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For Right-handers, ‘Right’ Is Might

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To attract customers, sell products or get votes, the right side of a page could be the ‘right’ place

Over the past few decades, scientists have shown there are many different internal and external factors influencing how we think, feel, communicate and make decisions at any given moment. One particularly powerful influence may be our own bodies, according to new research reviewed in the December issue of Current Directions in Psychological Science, a journal of the Association for Psychological Science.

According to an association press release, cognitive scientist Daniel Casasanto, of The New School for Social Research, has shown that quirks of our bodies affect our thinking in predictable ways across many different areas of life, from language to mental imagery to emotion.

One way our bodies appear to shape our decision-making is through handedness. Through a series of experiments, they found that, in general, people tend to prefer the things that they encounter on the same side as their dominant hand. When participants were asked which of two products to buy, which of two job applicants to hire, or which of two alien creatures looked more trustworthy, right- handers routinely chose the product, person, or creature they saw on the right side of the page, while left-handers preferred the one on the left. These kinds of preferences have been found in children as young as 5 years old.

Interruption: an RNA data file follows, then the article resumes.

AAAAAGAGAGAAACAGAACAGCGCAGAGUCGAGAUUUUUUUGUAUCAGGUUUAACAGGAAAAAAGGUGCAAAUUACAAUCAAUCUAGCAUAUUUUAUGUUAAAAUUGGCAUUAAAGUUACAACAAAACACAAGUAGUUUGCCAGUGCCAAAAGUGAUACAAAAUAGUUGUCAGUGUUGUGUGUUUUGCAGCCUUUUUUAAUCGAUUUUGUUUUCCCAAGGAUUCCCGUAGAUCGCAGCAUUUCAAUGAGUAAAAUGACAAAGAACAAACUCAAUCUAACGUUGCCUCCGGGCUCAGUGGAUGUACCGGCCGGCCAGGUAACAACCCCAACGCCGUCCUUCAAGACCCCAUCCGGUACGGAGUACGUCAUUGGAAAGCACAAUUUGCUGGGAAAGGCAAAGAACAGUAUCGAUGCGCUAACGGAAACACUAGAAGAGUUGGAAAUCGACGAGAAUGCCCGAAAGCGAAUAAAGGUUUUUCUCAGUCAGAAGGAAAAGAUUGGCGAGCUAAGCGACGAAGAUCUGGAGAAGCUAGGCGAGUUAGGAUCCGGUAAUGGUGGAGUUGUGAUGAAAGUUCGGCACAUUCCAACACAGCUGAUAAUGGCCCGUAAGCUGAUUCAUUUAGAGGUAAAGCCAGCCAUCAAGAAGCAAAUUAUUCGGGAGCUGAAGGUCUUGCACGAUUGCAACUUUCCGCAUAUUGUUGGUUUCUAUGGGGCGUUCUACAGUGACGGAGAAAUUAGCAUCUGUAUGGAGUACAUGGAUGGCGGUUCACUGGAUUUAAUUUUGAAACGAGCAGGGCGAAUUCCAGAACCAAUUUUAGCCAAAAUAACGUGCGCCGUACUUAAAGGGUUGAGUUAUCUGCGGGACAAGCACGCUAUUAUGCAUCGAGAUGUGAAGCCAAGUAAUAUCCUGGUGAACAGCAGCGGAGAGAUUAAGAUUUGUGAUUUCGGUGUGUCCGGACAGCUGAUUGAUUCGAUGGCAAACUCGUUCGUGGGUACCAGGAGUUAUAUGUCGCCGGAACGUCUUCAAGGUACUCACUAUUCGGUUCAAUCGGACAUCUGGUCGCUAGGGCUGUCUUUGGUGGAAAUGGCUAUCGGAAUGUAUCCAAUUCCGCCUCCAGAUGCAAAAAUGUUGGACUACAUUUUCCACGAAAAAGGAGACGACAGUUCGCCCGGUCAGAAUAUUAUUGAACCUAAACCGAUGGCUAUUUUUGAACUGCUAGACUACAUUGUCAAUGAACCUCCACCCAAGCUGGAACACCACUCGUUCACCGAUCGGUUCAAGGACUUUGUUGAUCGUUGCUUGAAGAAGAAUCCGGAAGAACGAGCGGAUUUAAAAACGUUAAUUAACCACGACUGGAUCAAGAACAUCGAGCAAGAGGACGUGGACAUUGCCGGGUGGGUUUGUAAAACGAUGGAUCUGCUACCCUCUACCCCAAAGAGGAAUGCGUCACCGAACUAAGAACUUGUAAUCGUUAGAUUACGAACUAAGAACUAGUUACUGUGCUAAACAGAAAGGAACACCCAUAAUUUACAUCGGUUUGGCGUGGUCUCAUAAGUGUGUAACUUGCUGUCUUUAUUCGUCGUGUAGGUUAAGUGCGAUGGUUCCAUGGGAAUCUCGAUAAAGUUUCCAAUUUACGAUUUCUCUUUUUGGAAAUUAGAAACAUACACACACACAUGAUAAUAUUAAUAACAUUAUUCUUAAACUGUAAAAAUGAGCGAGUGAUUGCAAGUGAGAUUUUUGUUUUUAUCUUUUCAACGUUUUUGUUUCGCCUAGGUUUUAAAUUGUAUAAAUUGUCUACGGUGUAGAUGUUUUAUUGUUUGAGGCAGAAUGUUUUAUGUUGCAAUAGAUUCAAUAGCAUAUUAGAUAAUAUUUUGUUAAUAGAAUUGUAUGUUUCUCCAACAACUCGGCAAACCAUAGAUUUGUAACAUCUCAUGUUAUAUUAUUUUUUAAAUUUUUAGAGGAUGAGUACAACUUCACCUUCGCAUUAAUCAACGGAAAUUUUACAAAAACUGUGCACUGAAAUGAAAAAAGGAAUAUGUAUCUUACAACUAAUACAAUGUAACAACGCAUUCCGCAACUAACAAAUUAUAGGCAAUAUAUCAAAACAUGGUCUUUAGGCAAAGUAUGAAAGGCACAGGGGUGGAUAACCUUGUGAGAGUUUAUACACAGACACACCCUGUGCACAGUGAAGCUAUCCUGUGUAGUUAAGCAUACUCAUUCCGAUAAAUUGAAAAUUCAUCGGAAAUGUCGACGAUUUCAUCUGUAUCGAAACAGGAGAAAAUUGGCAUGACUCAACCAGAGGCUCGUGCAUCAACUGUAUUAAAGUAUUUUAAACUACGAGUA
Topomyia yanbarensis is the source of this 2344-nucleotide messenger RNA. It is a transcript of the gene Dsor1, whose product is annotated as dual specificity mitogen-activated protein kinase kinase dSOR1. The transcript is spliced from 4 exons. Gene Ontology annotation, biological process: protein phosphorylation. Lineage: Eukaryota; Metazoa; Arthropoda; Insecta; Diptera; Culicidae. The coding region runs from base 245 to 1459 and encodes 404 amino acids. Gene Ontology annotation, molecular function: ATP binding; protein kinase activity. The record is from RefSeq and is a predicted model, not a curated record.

This preference for things on our dominant side isn’t set in stone. Right-handers who’ve had their right hands permanently handicapped start to associate ‘good’ with ‘left.’ The same goes for righties whose ‘good’ hand is temporarily handicapped in the laboratory, Casasanto and colleagues found. “After a few minutes of fumbling with their right hand, righties start to think like lefties,” says Casasanto. “If you change people’s bodies, you change their minds.”

It’s clear that this association has implications beyond the laboratory. The body-specificity hypothesis may even play a role in voting behaviour— Casasanto points out that many states still use butterfly ballots, with candidates’ names listed on the left and right.

“Since about 90 per cent of the population is right-handed,” says Casasanto, “people who want to attract customers, sell products or get votes should consider that the right side of a page or computer screen might be the ‘right’ place to be.”